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African Shoot: Approaching Africa With a New Mindset

The African Shoot underlines why African inspired fashion has seen its high point these past couple of years. The fad has received major presence on the runway all over the world.

Western and non-African designers alike have infused their styles with African designs, celebrities and public figures are loving and wearing these designs and the industry in Africa seems to be experiencing a tremendous boost. Fashion icons like Beyoncé, Fergie and Rihanna have rocked designs from these lines.

African Shoot by Phil Halfmann
© by Phil Halfmann

Africa and West Africa are booming as far as new media is concerned. There are so many new people who can create new garments and they expose that on new media. Whenever there’s a new collection of brands, the blogs are booming with new creations.

African Shoot by Phil Halfmann
© by Phil Halfmann

Anything they see as new, they immediately translate into something they have not done before and that makes it so dynamic.

African Shoot by Phil Halfmann
© by Phil Halfmann

Whether it is for bright colors, patterns or prints the world is looking to African fashion. Tropical landscapes with lush green forests, fruits and exotic flowers are great sources of inspiration for designers worldwide.

African Shoot by Phil Halfmann
© by Phil Halfmann

African inspired fashion is identified by the use of African print fabrics, such as Kente, Ankara or the wax print, and the embodiment of African themes in designer creations.

African Shoot by Phil Halfmann
© by Phil Halfmann

“This also means that the trend is inspired by Africans and is not necessarily made in Africa.”

African Shoot by Phil Halfmann
© by Phil Halfmann

To understand why one of the most successful clothing brands in Africa is a fabric manufacturer, one must first get to grips with how fashion works on the continent.

African Shoot by Phil Halfmann
© by Phil Halfmann

One of the key players in the augmentation of African inspired fashion was the fashion designer. Fashion designers such as:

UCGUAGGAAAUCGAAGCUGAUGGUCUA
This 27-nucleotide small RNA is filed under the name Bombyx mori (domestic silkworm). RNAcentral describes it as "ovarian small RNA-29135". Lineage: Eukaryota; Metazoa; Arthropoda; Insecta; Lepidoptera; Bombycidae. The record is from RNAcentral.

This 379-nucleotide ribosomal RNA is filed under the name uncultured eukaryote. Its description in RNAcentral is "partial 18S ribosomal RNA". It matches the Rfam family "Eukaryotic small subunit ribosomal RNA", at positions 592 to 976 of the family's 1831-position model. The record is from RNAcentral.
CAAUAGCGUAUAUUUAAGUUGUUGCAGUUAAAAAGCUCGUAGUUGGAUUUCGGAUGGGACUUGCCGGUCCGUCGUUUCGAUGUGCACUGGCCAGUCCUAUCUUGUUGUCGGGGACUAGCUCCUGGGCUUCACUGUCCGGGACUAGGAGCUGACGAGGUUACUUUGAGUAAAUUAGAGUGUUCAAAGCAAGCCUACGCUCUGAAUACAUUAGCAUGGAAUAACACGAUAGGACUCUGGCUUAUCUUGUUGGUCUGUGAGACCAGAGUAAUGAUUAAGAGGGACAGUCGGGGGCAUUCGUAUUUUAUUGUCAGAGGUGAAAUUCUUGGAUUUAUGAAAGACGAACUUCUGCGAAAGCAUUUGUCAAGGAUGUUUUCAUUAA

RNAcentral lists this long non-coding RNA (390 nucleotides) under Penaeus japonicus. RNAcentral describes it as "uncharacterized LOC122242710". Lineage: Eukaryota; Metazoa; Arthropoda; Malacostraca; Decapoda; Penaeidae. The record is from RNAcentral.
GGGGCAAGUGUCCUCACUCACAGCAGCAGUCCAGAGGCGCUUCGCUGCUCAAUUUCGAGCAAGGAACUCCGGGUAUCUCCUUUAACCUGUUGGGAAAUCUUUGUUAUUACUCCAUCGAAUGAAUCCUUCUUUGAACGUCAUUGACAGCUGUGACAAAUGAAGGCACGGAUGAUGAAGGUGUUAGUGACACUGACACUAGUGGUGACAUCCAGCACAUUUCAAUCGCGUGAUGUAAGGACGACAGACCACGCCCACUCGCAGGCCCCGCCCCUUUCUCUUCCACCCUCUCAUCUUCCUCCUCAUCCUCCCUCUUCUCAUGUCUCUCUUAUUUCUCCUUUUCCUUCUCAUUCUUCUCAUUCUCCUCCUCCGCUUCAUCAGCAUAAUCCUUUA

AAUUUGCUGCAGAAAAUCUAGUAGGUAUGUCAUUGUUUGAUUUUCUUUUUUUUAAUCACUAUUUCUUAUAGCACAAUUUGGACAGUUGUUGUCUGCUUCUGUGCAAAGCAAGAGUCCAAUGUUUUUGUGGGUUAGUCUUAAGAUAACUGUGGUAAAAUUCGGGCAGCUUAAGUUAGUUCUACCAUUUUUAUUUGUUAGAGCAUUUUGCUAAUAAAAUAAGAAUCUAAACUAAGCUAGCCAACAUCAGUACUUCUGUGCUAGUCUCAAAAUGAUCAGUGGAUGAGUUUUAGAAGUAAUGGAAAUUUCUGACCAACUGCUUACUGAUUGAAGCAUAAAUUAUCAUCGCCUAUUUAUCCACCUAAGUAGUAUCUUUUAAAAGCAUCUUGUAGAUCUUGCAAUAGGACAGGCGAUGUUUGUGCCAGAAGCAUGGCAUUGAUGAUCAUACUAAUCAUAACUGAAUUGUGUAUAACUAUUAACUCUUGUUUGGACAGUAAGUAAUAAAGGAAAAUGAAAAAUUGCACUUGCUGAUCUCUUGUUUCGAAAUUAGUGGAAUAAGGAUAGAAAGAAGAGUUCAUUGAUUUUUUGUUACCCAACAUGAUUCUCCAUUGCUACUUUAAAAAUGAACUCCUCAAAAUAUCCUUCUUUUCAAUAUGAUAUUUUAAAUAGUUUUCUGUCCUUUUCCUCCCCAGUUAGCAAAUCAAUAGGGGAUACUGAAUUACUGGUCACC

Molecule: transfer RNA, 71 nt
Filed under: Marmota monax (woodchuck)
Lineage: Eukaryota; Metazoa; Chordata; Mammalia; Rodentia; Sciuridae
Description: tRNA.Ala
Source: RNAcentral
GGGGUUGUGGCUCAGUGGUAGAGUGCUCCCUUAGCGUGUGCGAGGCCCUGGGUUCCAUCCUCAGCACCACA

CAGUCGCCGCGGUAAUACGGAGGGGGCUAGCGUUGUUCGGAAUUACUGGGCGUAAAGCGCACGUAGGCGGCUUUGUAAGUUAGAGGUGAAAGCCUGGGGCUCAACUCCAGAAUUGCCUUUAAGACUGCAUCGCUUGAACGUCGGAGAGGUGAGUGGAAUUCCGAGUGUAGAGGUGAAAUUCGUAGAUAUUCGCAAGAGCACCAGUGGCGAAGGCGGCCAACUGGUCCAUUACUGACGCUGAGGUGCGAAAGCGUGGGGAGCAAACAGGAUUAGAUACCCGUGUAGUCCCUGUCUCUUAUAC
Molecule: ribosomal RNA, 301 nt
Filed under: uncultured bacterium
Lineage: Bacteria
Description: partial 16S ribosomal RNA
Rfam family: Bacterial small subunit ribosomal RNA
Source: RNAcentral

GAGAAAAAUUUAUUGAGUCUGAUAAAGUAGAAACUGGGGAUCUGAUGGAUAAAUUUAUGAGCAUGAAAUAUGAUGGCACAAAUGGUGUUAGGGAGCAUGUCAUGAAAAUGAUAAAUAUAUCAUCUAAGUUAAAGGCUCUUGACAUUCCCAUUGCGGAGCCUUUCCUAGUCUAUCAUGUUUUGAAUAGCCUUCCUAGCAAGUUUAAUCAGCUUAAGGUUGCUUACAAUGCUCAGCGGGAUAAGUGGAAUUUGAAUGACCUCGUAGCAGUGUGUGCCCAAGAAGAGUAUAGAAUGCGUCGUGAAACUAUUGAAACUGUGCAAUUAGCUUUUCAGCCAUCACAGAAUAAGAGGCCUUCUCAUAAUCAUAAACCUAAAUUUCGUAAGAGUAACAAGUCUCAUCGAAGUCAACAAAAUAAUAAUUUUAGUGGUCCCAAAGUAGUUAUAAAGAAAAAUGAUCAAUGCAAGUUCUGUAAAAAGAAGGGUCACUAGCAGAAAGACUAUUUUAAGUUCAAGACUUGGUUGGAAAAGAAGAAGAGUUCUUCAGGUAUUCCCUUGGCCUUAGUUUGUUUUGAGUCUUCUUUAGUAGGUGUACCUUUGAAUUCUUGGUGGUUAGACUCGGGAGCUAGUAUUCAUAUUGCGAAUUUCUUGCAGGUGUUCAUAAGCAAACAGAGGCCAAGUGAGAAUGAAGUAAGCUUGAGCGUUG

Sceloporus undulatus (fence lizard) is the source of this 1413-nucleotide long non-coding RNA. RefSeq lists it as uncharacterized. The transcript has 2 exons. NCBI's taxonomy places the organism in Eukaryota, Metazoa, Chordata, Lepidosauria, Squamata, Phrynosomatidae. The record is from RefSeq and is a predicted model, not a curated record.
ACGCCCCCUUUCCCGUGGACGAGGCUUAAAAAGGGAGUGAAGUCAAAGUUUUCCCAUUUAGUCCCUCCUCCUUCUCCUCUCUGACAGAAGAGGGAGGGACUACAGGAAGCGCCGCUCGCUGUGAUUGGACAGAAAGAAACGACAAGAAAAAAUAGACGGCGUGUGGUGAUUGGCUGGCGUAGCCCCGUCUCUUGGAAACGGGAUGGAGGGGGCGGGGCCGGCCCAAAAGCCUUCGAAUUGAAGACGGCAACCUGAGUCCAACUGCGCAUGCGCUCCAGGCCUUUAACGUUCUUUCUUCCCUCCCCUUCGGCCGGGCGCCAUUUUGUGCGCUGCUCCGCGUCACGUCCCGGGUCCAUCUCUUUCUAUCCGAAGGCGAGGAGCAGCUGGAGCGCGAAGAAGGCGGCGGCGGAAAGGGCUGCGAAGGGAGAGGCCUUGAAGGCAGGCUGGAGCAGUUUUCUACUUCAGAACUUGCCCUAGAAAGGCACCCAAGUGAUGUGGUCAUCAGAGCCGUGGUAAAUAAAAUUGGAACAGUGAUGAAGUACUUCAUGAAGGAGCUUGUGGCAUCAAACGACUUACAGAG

• Kofi Ansah
  • Joyce Ababio
  • Abba Folawiyo
  • Olujimi King (the old schools)

paved the way for the many new schools like Deola Sagoe, Aisha Obuobi (Christie Brown), Ozwald Boateng, Duro Olowu and Lisa Folawiyo and the bigger epiphenomenon we see today.

African Shoot by Phil Halfmann
© by Phil Halfmann

These old school designers, although historically important to the revolution of African fashion, were unable to bridge the generation gap and exceed the local market, which the newer generation of African designers have been able to do with their creative designs.

African Shoot by Phil Halfmann
© by Phil Halfmann

The spotlight is not on African fashion for nothing, it is only up to us to use the opportunity given us to showcase the creativity that exists on the continent.

African Shoot by Phil Halfmann
© by Phil Halfmann

 

African Shoot by Phil Halfmann
© by Phil Halfmann

 

African Shoot by Phil Halfmann
© by Phil Halfmann

 

African Shoot by Phil Halfmann
© by Phil Halfmann

 

African Shoot by Phil Halfmann
© by Phil Halfmann

 

African Shoot by Phil Halfmann
© by Phil Halfmann

 

African Shoot by Phil Halfmann
© by Phil Halfmann

 

African Shoot by Phil Halfmann
© by Phil Halfmann

 

African Shoot by Phil Halfmann
© by Phil Halfmann

CREDIT INFORMATION

Photographer: Phil Halfmann
Creative Director: Sophia Lenore
Art Director: Gintare Minelgaite
Photography Assistent: Malaika Sajjad
Lead Wardrobe Stylists: Dafina Abdullahu & Martina Ngoc Anh
Lead Hair & Makeup: Raquel Suarez & Reem Jarhum
Hair & Makeup Assistants: Sasha NoirNoir & Isabel Christ

Models:

Ramatoulaye Barry “Bijou”
Eduar Pabon
Jarai
Kelleyann Grenville
Stephen Aboagye
Marie Noguera

Wardrobe: African Head- & Shoulder-pieces by Tarik

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